For decades, professional chef Cat Dillon suffered from painful, redness, and unsightly skin flare-ups. Her eczema seemed unrelenting, and she didn’t know why her skin was always so inflamed. But when she used her knowledge of nutrition to finally identify the cause in her diet, she healed herself for good!
Cat’s Journey With Eczema
Catching a glimpse of herself in the mirror at the gym, Cat Dillon gasped. Her whole body — her shoulders, neck, back, torso, even the folds of her knees and elbows — were covered with red, scaly patches.
For as long as she could remember, Cat suffered with atopic dermatitis, or eczema, a condition that causes an itchy, inflamed rash, sometimes erupting into oozing sores. Over the years, the professional chef and nutritionist tried dozens of ineffective over-the-counter remedies and visited numerous dermatologists. All had prescribed topical steroid creams, but because this medicine thins the skin, it made Cat’s irritation even worse.
Cat’s life became a never-ending cycle of embarrassing, painful outbreaks that left her frustrated and depressed. “Will I ever feel relief?” she despaired.
A Diet to Treat Eczema
Finally, Cat had had enough and set out to find her own solution. Given her nutrition background, she knew the impact food can have on the body, and she began to examine her diet in relation to her eczema flareups. One thing immediately came to mind: Some mornings, she’d stop for an oat raspberry muffin. Shortly after, her eczema would flare up. The same thing would happen after a dinner out, when she’d feast on the warm bread.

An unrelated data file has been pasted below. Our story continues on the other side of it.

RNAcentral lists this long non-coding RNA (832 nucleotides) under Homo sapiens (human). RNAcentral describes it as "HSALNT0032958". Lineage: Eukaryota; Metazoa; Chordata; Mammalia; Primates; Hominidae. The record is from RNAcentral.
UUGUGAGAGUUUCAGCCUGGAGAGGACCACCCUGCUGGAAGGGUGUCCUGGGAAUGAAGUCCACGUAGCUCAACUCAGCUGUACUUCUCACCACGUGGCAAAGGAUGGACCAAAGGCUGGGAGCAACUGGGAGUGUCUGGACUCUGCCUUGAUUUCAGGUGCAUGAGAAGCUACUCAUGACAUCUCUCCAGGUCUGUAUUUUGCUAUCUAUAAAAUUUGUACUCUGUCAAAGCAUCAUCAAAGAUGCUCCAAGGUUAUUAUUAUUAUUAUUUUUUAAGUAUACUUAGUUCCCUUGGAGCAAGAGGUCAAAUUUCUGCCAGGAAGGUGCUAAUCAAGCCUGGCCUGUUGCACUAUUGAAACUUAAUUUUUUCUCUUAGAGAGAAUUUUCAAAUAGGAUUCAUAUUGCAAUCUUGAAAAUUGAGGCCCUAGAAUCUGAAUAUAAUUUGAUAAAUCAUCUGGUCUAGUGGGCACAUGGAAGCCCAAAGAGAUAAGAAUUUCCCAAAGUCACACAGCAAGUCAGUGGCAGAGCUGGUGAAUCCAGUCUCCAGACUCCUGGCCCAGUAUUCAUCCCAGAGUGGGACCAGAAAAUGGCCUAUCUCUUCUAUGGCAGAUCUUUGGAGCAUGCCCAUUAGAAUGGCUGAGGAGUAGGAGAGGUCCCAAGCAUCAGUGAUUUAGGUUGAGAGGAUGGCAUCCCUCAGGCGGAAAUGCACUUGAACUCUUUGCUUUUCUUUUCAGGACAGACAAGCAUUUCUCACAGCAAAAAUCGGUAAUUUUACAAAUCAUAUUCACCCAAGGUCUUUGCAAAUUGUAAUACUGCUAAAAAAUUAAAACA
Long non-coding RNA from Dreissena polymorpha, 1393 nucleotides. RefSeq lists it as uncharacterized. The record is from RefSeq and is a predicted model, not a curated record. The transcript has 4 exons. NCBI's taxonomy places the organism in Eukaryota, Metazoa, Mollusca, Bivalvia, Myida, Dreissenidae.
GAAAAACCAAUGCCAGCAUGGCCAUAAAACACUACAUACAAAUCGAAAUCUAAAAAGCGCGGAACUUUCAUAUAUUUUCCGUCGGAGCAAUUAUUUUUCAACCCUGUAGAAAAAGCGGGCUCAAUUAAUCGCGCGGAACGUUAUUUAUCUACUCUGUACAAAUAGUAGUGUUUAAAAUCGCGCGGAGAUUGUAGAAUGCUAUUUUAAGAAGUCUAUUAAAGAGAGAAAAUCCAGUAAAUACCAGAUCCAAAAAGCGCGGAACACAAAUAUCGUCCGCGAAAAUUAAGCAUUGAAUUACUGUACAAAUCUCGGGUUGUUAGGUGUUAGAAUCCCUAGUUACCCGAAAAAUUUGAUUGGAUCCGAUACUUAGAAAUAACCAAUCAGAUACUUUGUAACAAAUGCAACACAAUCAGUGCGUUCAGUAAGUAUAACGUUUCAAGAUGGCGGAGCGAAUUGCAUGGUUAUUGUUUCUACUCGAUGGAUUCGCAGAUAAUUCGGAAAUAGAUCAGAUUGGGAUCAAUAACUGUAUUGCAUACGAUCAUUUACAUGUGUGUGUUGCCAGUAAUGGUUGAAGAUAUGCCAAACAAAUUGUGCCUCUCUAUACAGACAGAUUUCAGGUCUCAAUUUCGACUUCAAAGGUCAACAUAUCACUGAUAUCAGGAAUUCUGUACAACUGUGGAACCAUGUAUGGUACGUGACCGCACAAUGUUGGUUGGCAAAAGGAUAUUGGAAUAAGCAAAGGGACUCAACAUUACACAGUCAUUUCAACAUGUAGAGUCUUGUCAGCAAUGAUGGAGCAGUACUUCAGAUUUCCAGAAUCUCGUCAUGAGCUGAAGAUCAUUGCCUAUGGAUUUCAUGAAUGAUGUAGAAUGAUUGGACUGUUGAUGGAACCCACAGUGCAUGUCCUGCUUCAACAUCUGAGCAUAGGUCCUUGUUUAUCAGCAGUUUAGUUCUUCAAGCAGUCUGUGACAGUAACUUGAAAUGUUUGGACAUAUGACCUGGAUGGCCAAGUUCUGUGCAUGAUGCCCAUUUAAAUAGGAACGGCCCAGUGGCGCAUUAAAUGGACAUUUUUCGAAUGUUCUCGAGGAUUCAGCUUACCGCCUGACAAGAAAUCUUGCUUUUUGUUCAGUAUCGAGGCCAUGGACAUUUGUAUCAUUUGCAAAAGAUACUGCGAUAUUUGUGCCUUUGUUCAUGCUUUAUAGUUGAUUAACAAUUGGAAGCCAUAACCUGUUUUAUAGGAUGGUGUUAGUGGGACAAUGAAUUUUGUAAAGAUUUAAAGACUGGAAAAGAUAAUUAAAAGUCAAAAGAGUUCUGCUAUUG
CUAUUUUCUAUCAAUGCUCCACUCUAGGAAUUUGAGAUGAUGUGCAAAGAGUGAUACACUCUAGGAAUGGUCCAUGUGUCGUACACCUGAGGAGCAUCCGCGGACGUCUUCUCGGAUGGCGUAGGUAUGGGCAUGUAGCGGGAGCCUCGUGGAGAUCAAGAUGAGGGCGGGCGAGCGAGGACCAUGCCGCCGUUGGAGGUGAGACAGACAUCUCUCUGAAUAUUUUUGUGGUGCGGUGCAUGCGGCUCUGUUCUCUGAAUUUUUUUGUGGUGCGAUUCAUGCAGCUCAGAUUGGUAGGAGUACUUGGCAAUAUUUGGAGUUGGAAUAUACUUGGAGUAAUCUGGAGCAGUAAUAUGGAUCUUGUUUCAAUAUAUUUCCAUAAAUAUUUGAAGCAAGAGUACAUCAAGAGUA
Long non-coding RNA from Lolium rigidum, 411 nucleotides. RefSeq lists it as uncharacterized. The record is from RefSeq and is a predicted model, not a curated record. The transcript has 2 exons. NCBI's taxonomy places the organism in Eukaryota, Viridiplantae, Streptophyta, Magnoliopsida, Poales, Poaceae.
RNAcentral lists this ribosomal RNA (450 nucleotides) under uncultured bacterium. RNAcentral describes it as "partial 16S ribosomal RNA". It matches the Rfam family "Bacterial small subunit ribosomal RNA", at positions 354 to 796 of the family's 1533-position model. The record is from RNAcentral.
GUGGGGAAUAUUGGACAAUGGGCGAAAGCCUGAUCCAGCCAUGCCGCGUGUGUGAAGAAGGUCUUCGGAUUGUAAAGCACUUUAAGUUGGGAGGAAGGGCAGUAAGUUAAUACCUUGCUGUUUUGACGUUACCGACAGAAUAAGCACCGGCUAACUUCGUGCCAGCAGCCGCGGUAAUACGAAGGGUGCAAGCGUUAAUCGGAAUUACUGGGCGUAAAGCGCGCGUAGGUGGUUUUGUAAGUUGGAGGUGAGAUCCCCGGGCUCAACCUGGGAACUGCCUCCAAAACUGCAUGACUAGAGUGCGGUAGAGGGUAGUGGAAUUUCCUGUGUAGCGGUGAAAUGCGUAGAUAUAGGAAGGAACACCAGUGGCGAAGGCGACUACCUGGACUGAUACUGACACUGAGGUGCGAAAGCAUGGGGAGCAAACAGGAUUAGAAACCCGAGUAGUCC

Cat hated to acknowledge it, but realized that gluten could be the problem. Gluten, she knew, is made up of a group of proteins found in wheat, rye and barley that can be difficult for the gut to process, triggering all kinds of immune reactions, including skin issues.
Curious, Cat decided to try to slowly eliminate gluten from her diet. She started by limiting herself to one piece of bread at restaurants and replacing her bakery muffin with one she made herself, substituting the wheat flour with coconut flour.
Making those simple changes, Cat saw a dramatic improvement in her eczema, so she decided to take the plunge and go completely gluten-free. To her surprise, it wasn’t as hard as she’d thought. Everywhere she looked, she saw a new opportunity for an easy swap, replacing gluten-based breads for counterparts made with coconut, cassava, and flax meal. She also opted for wild rice and whole quinoa in place of wheat pastas.
A Cure in Just Six Months
As her eczema continued to improve, Cat also focused on eating more vegetables, good fats, protein (like wild-caught fish and pasture-raised poultry and beef), and small portions of fiber-rich foods (like sweet potatoes and lentils) to keep her full. To her delight, her skin irritation and inflammation died down more with each passing day. And after only six months, all evidence of her eczema was gone. No redness, no scaling and no more pain or embarrassment.
“I feel free — free to enjoy myself, free to show my skin, and free to feel good in my skin. I am no longer depressed or stressed,” beams the Encinitas, California, 56-year-old. “I have a whole new lease on life!”
This article originally appeared in our print magazine, Woman’s World.